The exceptions are the Nested Loops join operator, which doesn’t currently have a Batch Mode implementation, despite Microsoft’s consistently shabby Cumulative Update notes saying they cause deadlocks, the scan and filter on the inner side of the Nested Loops join operator, and the compute scalar immediately following the Nested Loops join operator.

That entire portion of the plan is responsible for about half of the total execution time, but there’s no index recommendation there.

And look, I get it, missing index requests happen prior to query execution, while index matching is happening. The optimizer has no idea what might actually take a long time.

But if we’re looking at the only pre-execution metrics the optimizer has, you’d think the estimated costs alone would push it to ask for an index on the Posts table.

Perhaps missing index requests should be selected after query execution. After all, that’s when the engine knows how long everything actually took.

Generous Soul

Okay, so those two indexes on the Comments table up there? I added both of them.

The query plan changes, but it doesn’t get any faster.

sql server query plan

Once again, a missing index request is registered, but only one this time.

On the Votes table.

Not the Posts table.

ON dbo.Votes 

Okay SQL Server, you got me. I’ll add it.


With that index in place, what sort of totally awesome, fast query plan do we get?

sql server query plan
we don’t.

Every time we add an index, this query gets one second slower. Part of the problem, of course, is that the optimizer really likes the idea of joining Posts to Votes first.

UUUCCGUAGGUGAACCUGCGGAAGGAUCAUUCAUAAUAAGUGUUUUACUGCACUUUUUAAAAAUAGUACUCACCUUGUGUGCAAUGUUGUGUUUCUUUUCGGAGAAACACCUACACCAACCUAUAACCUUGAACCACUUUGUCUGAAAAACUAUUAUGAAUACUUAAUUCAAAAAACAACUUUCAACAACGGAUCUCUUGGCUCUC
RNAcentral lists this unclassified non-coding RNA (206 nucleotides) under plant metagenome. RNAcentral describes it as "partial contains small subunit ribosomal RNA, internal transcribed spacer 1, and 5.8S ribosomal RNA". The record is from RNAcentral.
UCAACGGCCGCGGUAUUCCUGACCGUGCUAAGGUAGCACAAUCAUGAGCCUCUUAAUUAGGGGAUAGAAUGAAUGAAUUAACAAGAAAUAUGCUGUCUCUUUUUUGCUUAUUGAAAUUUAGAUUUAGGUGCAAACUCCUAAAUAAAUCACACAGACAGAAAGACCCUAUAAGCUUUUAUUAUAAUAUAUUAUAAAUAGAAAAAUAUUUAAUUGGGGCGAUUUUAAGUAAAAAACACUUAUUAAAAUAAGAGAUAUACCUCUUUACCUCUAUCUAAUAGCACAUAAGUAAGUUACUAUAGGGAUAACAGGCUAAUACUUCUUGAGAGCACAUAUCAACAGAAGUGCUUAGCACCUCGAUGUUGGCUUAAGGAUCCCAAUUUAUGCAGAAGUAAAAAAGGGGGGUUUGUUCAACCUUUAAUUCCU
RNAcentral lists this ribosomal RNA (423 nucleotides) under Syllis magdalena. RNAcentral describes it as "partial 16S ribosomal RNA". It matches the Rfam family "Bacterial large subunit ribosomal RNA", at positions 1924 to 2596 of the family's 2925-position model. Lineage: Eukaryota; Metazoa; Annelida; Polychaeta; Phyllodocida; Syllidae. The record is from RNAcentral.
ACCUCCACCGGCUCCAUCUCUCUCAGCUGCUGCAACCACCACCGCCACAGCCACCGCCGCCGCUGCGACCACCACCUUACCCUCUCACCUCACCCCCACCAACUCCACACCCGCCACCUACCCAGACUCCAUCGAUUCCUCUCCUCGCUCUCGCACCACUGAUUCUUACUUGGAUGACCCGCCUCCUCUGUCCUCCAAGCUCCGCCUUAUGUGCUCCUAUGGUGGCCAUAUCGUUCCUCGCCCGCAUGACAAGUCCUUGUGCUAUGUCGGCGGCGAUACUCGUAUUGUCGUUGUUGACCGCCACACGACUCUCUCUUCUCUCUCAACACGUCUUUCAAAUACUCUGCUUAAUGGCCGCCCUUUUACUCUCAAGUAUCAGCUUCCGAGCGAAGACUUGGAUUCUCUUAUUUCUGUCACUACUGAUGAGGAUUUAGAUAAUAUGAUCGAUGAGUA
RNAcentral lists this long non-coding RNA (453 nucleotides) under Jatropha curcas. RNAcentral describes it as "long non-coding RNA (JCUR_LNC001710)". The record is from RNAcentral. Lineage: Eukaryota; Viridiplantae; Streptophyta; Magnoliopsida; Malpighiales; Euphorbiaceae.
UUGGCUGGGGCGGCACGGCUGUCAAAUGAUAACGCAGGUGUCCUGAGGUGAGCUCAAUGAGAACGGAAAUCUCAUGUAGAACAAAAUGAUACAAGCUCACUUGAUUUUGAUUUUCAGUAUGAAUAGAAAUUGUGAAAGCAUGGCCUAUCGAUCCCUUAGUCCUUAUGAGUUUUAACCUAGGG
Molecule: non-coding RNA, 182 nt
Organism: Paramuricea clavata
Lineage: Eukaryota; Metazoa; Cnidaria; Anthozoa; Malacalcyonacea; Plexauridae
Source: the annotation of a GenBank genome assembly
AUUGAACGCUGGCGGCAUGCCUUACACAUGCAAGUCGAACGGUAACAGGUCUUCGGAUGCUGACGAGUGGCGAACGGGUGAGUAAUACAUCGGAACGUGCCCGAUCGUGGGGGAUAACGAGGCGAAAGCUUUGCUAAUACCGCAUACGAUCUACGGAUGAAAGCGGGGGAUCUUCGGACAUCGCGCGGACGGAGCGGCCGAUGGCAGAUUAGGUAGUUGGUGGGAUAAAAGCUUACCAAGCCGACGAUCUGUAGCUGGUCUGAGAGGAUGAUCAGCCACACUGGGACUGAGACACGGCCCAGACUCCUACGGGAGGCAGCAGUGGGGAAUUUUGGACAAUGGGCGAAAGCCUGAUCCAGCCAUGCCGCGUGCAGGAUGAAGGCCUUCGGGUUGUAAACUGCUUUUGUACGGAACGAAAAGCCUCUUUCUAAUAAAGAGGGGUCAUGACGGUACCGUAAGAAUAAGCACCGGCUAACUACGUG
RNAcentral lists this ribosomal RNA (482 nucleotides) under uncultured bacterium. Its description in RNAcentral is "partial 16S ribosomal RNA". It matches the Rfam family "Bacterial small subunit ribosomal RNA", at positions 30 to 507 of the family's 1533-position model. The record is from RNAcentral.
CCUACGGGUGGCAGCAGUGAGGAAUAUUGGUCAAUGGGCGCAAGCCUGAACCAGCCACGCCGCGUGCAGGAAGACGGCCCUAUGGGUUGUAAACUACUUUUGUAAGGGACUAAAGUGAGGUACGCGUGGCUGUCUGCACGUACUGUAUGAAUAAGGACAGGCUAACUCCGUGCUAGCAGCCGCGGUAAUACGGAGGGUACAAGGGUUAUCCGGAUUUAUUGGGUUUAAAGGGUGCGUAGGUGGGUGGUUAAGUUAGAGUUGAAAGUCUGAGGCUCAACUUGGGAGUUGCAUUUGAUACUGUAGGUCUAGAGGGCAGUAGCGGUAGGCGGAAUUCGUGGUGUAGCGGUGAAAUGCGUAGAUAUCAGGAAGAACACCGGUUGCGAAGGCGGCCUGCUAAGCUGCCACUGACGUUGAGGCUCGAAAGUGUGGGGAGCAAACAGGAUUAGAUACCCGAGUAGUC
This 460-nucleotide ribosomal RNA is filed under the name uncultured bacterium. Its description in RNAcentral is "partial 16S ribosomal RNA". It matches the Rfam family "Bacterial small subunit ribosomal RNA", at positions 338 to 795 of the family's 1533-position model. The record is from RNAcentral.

All of the query plans we’ve looked at have ad a similar pattern, where Vote is on the outer side of a Nested Loops join, and Posts is on the inner side, correlated on the pre-existing clustered primary key on Posts.

But Posts has a much more important join to the Users table. If we were to make that more efficient, we could perhaps change the optimizer’s mind about join ordering.

And there’s no missing index request to tell us that. We have to use our damned eyes.

Maybe something like this.

ON dbo.Posts
    (Score, OwnerUserId)

Let’s give that a shot.

“Self-Tuning Database”

When vendors tell you about their self-tuning database systems, they’re lying to you.

Maybe Oracle isn’t. I don’t know.

But I’m so confident in this new index that I’m going to get rid of all the indexes that SQL Server has suggested so far.

They were bad. They made our query slower, and I don’t want them interfering with my awesome index.

sql server query plan
for a dollar

Now the query is twice as fast, at 5 seconds (down from the original 10 seconds). The two operators that take up the majority of the query execution time now are the Hashes; Inner Join and Aggregate.

They don’t spill, but they are likely ill-prepared for the number of rows that they have to deal with. One may infer that from the estimated vs. actual rows that each one sees.


The primary wait type for the query is HTDELETE, which has had limited documenting.

SQL Server 2014 now uses one shared hash table instead of per-thread copy. This provides the benefit of significantly lowering the amount of memory required to persist the hash table but, as you can imagine, the multiple threads depending on that single copy of the hash table must synchronize with each other before, for example, deallocating the hash table. To do so, those threads wait on the HTDELETE (Hash Table DELETE) wait type.

My friend Forrest has helpfully animated it here.

I tried many different indexing schemes and combinations trying to get the terrible underestimate from the Comments table to not cause this, but nothing quite seemed to do it.

In cases where you run into this, you may need to use a temp table to partially pre-aggregate results, and then join to the troublesome table(s) using that data instead.

Thanks for reading!

Going Further

If this is the kind of SQL Server stuff you love learning about, you’ll love my training. I’m offering a 75% discount to my blog readers if you click from here. I’m also available for consulting if you just don’t have time for that, and need to solve database performance problems quickly. You can also get a quick, low cost health check with no phone time required.